Document Type



Doctor of Philosophy (PhD)


Social Work

First Advisor's Name

Mario De La Rosa

First Advisor's Committee Title

Committee Chair

Second Advisor's Name

Mark Macgowan

Second Advisor's Committee Title

Committee Member

Third Advisor's Name

Hui Huang

Third Advisor's Committee Title

Committee Member

Fourth Advisor's Name

Elena Bastida

Fourth Advisor's Committee Title

Committee Member

Fifth Advisor's Name

Patria Rojas

Fifth Advisor's Committee Title

Committee Member


Latina, Latinx, older adults, mother, daughter, dyad, HIV, attachment

Date of Defense



This dissertation examines the associations between adult Latina daughters’ HIV risk behaviors and that of their older Latina mothers’ HIV risk behaviors. The central hypothesis of the study is that adult Latina daughters’ influence their older mothers’ behaviors and that such behaviors interact with the level of their attachment.

Older Latinas are a vulnerable population that face cultural risk factors, health care provider bias, and engage in low rates of HIV testing. The primary mode of HIV infection for Latinas is through heterosexual contact. Yet, traditional gender norms such as marianismo belief place pressure on Latina women to be submissive to their partners, disregard their infidelities, and not attempt to negotiate condom use, increasing the risk of HIV infection among Latinas via heterosexual sex with their primary partners.

Efforts by the CDC to increase HIV testing have emerged as a critical part of HIV prevention. However, research has indicated that older Latinas are less likely to speak to a health care provider about safe sex practices or HIV testing than their younger counterparts. Despite health care providers having strong influences over Latinas’ decisions to perform health related tests, physicians are not endorsing HIV testing for their older patients. This in part, leads to a disproportionate number of late stage diagnoses among older adults. Evidence suggest that adult daughters are a source of support and assistance in health-related issues for their aging mothers and are uniquely positioned to influence their mothers’ health-related behaviors and decisions. Additionally, mother-daughter attachment has been found to be a protective factor to other risky health behaviors.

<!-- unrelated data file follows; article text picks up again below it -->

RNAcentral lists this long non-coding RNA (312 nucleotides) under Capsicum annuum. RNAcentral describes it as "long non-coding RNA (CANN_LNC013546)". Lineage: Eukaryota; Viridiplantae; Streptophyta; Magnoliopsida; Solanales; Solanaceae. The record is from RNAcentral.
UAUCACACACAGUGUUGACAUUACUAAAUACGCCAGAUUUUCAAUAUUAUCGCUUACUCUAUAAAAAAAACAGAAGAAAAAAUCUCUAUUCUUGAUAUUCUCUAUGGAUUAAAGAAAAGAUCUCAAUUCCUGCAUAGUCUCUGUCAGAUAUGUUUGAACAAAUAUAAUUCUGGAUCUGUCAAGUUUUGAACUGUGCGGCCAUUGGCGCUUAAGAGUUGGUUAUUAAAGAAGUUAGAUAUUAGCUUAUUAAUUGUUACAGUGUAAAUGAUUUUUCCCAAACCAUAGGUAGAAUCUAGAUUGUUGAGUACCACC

The present study (1) Examined the association between recurrent HIV risk behaviors of adult Latina daughters and those of their older Latina mothers and (2) examined the moderating effect mother-daughter attachment have on those associations. No statistical significance was found in examining the association between adult Latina daughters and their older mothers, nor was attachment found to be a moderator on those associations. Findings show culture may be the significant factor influencing the lack of association between adult Latina daughters and their older mothers. Results add to the literature and scientific field of social work and public health. Additionally promoting studies on cultural barriers that may exist in adult Latina daughter and older mother upward communication as techniques to promote healthy behaviors among older Latinas.





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